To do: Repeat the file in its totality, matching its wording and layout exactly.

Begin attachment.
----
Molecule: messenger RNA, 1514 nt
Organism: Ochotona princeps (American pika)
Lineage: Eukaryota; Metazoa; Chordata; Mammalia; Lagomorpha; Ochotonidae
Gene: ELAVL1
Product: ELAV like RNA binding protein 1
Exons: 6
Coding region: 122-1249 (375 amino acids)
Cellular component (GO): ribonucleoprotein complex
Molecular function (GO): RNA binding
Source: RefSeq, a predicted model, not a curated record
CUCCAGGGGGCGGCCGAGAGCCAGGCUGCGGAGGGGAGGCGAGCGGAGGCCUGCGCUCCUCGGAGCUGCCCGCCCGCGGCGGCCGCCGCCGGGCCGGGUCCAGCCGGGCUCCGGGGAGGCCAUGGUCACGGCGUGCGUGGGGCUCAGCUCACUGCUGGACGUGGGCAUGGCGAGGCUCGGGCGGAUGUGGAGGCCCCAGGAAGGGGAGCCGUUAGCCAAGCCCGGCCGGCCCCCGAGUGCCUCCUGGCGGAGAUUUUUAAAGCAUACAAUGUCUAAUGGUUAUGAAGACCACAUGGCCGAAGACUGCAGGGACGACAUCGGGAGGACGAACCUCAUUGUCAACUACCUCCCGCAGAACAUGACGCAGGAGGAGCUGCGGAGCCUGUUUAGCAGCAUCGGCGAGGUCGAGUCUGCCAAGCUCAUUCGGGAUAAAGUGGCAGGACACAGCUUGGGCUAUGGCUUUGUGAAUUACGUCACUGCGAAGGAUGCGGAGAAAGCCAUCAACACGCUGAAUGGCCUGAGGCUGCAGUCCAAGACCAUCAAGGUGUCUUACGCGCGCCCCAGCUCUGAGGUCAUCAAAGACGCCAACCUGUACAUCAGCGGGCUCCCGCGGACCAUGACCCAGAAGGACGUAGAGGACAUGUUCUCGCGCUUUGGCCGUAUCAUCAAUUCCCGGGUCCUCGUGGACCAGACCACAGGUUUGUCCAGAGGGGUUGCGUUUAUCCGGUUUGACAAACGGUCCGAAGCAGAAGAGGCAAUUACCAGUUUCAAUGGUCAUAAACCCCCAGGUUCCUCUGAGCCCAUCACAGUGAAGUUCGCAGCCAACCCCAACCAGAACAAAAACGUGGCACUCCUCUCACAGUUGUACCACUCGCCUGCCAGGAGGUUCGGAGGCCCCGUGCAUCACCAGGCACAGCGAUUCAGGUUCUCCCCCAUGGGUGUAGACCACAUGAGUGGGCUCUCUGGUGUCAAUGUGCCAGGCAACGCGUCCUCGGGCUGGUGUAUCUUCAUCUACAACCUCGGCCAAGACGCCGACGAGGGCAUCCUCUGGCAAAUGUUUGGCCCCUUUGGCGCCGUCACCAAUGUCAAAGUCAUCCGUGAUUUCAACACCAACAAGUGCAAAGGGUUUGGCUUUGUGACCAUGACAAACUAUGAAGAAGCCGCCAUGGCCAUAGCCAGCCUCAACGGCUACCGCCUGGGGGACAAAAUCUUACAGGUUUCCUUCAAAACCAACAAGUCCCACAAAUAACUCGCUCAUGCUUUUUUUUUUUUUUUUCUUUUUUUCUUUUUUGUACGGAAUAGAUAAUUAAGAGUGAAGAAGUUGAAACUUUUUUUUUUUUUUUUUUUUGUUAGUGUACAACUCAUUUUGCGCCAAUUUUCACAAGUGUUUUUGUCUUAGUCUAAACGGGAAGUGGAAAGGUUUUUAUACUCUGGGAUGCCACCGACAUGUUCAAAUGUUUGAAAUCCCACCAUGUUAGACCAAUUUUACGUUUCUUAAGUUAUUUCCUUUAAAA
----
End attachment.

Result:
Molecule: messenger RNA, 1514 nt
Organism: Ochotona princeps (American pika)
Lineage: Eukaryota; Metazoa; Chordata; Mammalia; Lagomorpha; Ochotonidae
Gene: ELAVL1
Product: ELAV like RNA binding protein 1
Exons: 6
Coding region: 122-1249 (375 amino acids)
Cellular component (GO): ribonucleoprotein complex
Molecular function (GO): RNA binding
Source: RefSeq, a predicted model, not a curated record
CUCCAGGGGGCGGCCGAGAGCCAGGCUGCGGAGGGGAGGCGAGCGGAGGCCUGCGCUCCUCGGAGCUGCCCGCCCGCGGCGGCCGCCGCCGGGCCGGGUCCAGCCGGGCUCCGGGGAGGCCAUGGUCACGGCGUGCGUGGGGCUCAGCUCACUGCUGGACGUGGGCAUGGCGAGGCUCGGGCGGAUGUGGAGGCCCCAGGAAGGGGAGCCGUUAGCCAAGCCCGGCCGGCCCCCGAGUGCCUCCUGGCGGAGAUUUUUAAAGCAUACAAUGUCUAAUGGUUAUGAAGACCACAUGGCCGAAGACUGCAGGGACGACAUCGGGAGGACGAACCUCAUUGUCAACUACCUCCCGCAGAACAUGACGCAGGAGGAGCUGCGGAGCCUGUUUAGCAGCAUCGGCGAGGUCGAGUCUGCCAAGCUCAUUCGGGAUAAAGUGGCAGGACACAGCUUGGGCUAUGGCUUUGUGAAUUACGUCACUGCGAAGGAUGCGGAGAAAGCCAUCAACACGCUGAAUGGCCUGAGGCUGCAGUCCAAGACCAUCAAGGUGUCUUACGCGCGCCCCAGCUCUGAGGUCAUCAAAGACGCCAACCUGUACAUCAGCGGGCUCCCGCGGACCAUGACCCAGAAGGACGUAGAGGACAUGUUCUCGCGCUUUGGCCGUAUCAUCAAUUCCCGGGUCCUCGUGGACCAGACCACAGGUUUGUCCAGAGGGGUUGCGUUUAUCCGGUUUGACAAACGGUCCGAAGCAGAAGAGGCAAUUACCAGUUUCAAUGGUCAUAAACCCCCAGGUUCCUCUGAGCCCAUCACAGUGAAGUUCGCAGCCAACCCCAACCAGAACAAAAACGUGGCACUCCUCUCACAGUUGUACCACUCGCCUGCCAGGAGGUUCGGAGGCCCCGUGCAUCACCAGGCACAGCGAUUCAGGUUCUCCCCCAUGGGUGUAGACCACAUGAGUGGGCUCUCUGGUGUCAAUGUGCCAGGCAACGCGUCCUCGGGCUGGUGUAUCUUCAUCUACAACCUCGGCCAAGACGCCGACGAGGGCAUCCUCUGGCAAAUGUUUGGCCCCUUUGGCGCCGUCACCAAUGUCAAAGUCAUCCGUGAUUUCAACACCAACAAGUGCAAAGGGUUUGGCUUUGUGACCAUGACAAACUAUGAAGAAGCCGCCAUGGCCAUAGCCAGCCUCAACGGCUACCGCCUGGGGGACAAAAUCUUACAGGUUUCCUUCAAAACCAACAAGUCCCACAAAUAACUCGCUCAUGCUUUUUUUUUUUUUUUUCUUUUUUUCUUUUUUGUACGGAAUAGAUAAUUAAGAGUGAAGAAGUUGAAACUUUUUUUUUUUUUUUUUUUUGUUAGUGUACAACUCAUUUUGCGCCAAUUUUCACAAGUGUUUUUGUCUUAGUCUAAACGGGAAGUGGAAAGGUUUUUAUACUCUGGGAUGCCACCGACAUGUUCAAAUGUUUGAAAUCCCACCAUGUUAGACCAAUUUUACGUUUCUUAAGUUAUUUCCUUUAAAA